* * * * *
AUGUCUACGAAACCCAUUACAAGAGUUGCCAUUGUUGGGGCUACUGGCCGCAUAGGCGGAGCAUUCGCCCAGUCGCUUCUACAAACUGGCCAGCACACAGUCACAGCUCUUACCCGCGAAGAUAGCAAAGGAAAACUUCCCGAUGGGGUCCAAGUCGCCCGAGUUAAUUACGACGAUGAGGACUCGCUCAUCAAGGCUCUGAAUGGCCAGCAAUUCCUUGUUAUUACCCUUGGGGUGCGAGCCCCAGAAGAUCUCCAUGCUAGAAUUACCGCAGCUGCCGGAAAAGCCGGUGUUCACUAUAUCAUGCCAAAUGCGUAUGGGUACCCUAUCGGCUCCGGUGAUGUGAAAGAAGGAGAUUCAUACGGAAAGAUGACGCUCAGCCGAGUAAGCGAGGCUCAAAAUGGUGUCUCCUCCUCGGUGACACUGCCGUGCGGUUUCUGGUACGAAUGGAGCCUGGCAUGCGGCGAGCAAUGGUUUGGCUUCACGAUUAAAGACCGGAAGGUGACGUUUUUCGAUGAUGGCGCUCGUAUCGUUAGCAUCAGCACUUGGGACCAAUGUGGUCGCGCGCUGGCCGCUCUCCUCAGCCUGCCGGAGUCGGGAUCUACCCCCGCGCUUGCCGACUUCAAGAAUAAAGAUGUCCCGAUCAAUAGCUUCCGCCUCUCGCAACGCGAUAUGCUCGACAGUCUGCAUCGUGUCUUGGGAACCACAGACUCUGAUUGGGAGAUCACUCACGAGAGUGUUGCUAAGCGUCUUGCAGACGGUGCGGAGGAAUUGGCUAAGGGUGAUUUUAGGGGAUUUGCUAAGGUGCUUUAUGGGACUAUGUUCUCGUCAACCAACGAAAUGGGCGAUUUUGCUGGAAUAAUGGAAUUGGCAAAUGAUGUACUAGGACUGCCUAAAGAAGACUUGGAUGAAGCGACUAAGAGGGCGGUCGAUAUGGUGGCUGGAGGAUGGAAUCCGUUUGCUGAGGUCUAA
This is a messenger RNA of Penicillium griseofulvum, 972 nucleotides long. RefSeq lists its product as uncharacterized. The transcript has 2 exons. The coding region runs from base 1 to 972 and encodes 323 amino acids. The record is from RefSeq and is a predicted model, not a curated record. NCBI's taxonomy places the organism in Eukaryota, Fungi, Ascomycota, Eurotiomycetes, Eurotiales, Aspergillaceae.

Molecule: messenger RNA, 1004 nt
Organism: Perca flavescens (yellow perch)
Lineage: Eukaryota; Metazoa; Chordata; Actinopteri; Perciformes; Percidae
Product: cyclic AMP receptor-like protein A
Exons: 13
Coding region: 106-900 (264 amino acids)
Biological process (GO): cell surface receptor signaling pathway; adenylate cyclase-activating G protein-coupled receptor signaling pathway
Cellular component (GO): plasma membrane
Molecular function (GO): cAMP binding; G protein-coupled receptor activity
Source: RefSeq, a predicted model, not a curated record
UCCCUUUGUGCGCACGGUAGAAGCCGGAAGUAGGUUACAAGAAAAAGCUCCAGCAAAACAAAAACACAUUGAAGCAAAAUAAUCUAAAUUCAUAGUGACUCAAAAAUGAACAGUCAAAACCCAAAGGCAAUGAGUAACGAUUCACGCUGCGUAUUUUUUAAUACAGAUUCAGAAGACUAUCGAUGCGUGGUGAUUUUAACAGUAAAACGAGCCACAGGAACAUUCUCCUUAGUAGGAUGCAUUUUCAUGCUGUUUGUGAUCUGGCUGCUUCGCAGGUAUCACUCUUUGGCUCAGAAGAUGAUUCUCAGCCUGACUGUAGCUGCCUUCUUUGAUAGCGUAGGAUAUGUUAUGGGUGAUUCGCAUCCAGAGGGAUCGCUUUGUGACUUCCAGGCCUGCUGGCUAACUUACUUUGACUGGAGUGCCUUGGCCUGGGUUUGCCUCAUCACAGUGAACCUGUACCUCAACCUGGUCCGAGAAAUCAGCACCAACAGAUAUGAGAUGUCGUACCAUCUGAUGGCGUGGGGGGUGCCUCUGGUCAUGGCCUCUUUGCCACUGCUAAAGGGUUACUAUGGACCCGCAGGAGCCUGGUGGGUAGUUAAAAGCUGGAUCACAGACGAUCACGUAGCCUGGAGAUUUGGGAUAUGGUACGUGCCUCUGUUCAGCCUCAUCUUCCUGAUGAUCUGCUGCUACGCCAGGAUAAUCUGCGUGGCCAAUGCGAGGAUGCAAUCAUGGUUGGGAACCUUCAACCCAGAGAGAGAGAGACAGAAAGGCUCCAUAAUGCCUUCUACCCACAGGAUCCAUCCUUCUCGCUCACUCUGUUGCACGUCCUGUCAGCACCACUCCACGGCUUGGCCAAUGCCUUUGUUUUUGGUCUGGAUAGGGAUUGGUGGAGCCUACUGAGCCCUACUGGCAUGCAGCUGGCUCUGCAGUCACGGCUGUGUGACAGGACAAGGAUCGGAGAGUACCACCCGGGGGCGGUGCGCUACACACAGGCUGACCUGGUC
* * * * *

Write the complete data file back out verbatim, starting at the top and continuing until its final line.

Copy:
AUGUCUACGAAACCCAUUACAAGAGUUGCCAUUGUUGGGGCUACUGGCCGCAUAGGCGGAGCAUUCGCCCAGUCGCUUCUACAAACUGGCCAGCACACAGUCACAGCUCUUACCCGCGAAGAUAGCAAAGGAAAACUUCCCGAUGGGGUCCAAGUCGCCCGAGUUAAUUACGACGAUGAGGACUCGCUCAUCAAGGCUCUGAAUGGCCAGCAAUUCCUUGUUAUUACCCUUGGGGUGCGAGCCCCAGAAGAUCUCCAUGCUAGAAUUACCGCAGCUGCCGGAAAAGCCGGUGUUCACUAUAUCAUGCCAAAUGCGUAUGGGUACCCUAUCGGCUCCGGUGAUGUGAAAGAAGGAGAUUCAUACGGAAAGAUGACGCUCAGCCGAGUAAGCGAGGCUCAAAAUGGUGUCUCCUCCUCGGUGACACUGCCGUGCGGUUUCUGGUACGAAUGGAGCCUGGCAUGCGGCGAGCAAUGGUUUGGCUUCACGAUUAAAGACCGGAAGGUGACGUUUUUCGAUGAUGGCGCUCGUAUCGUUAGCAUCAGCACUUGGGACCAAUGUGGUCGCGCGCUGGCCGCUCUCCUCAGCCUGCCGGAGUCGGGAUCUACCCCCGCGCUUGCCGACUUCAAGAAUAAAGAUGUCCCGAUCAAUAGCUUCCGCCUCUCGCAACGCGAUAUGCUCGACAGUCUGCAUCGUGUCUUGGGAACCACAGACUCUGAUUGGGAGAUCACUCACGAGAGUGUUGCUAAGCGUCUUGCAGACGGUGCGGAGGAAUUGGCUAAGGGUGAUUUUAGGGGAUUUGCUAAGGUGCUUUAUGGGACUAUGUUCUCGUCAACCAACGAAAUGGGCGAUUUUGCUGGAAUAAUGGAAUUGGCAAAUGAUGUACUAGGACUGCCUAAAGAAGACUUGGAUGAAGCGACUAAGAGGGCGGUCGAUAUGGUGGCUGGAGGAUGGAAUCCGUUUGCUGAGGUCUAA
This is a messenger RNA of Penicillium griseofulvum, 972 nucleotides long. RefSeq lists its product as uncharacterized. The transcript has 2 exons. The coding region runs from base 1 to 972 and encodes 323 amino acids. The record is from RefSeq and is a predicted model, not a curated record. NCBI's taxonomy places the organism in Eukaryota, Fungi, Ascomycota, Eurotiomycetes, Eurotiales, Aspergillaceae.

Molecule: messenger RNA, 1004 nt
Organism: Perca flavescens (yellow perch)
Lineage: Eukaryota; Metazoa; Chordata; Actinopteri; Perciformes; Percidae
Product: cyclic AMP receptor-like protein A
Exons: 13
Coding region: 106-900 (264 amino acids)
Biological process (GO): cell surface receptor signaling pathway; adenylate cyclase-activating G protein-coupled receptor signaling pathway
Cellular component (GO): plasma membrane
Molecular function (GO): cAMP binding; G protein-coupled receptor activity
Source: RefSeq, a predicted model, not a curated record
UCCCUUUGUGCGCACGGUAGAAGCCGGAAGUAGGUUACAAGAAAAAGCUCCAGCAAAACAAAAACACAUUGAAGCAAAAUAAUCUAAAUUCAUAGUGACUCAAAAAUGAACAGUCAAAACCCAAAGGCAAUGAGUAACGAUUCACGCUGCGUAUUUUUUAAUACAGAUUCAGAAGACUAUCGAUGCGUGGUGAUUUUAACAGUAAAACGAGCCACAGGAACAUUCUCCUUAGUAGGAUGCAUUUUCAUGCUGUUUGUGAUCUGGCUGCUUCGCAGGUAUCACUCUUUGGCUCAGAAGAUGAUUCUCAGCCUGACUGUAGCUGCCUUCUUUGAUAGCGUAGGAUAUGUUAUGGGUGAUUCGCAUCCAGAGGGAUCGCUUUGUGACUUCCAGGCCUGCUGGCUAACUUACUUUGACUGGAGUGCCUUGGCCUGGGUUUGCCUCAUCACAGUGAACCUGUACCUCAACCUGGUCCGAGAAAUCAGCACCAACAGAUAUGAGAUGUCGUACCAUCUGAUGGCGUGGGGGGUGCCUCUGGUCAUGGCCUCUUUGCCACUGCUAAAGGGUUACUAUGGACCCGCAGGAGCCUGGUGGGUAGUUAAAAGCUGGAUCACAGACGAUCACGUAGCCUGGAGAUUUGGGAUAUGGUACGUGCCUCUGUUCAGCCUCAUCUUCCUGAUGAUCUGCUGCUACGCCAGGAUAAUCUGCGUGGCCAAUGCGAGGAUGCAAUCAUGGUUGGGAACCUUCAACCCAGAGAGAGAGAGACAGAAAGGCUCCAUAAUGCCUUCUACCCACAGGAUCCAUCCUUCUCGCUCACUCUGUUGCACGUCCUGUCAGCACCACUCCACGGCUUGGCCAAUGCCUUUGUUUUUGGUCUGGAUAGGGAUUGGUGGAGCCUACUGAGCCCUACUGGCAUGCAGCUGGCUCUGCAGUCACGGCUGUGUGACAGGACAAGGAUCGGAGAGUACCACCCGGGGGCGGUGCGCUACACACAGGCUGACCUGGUC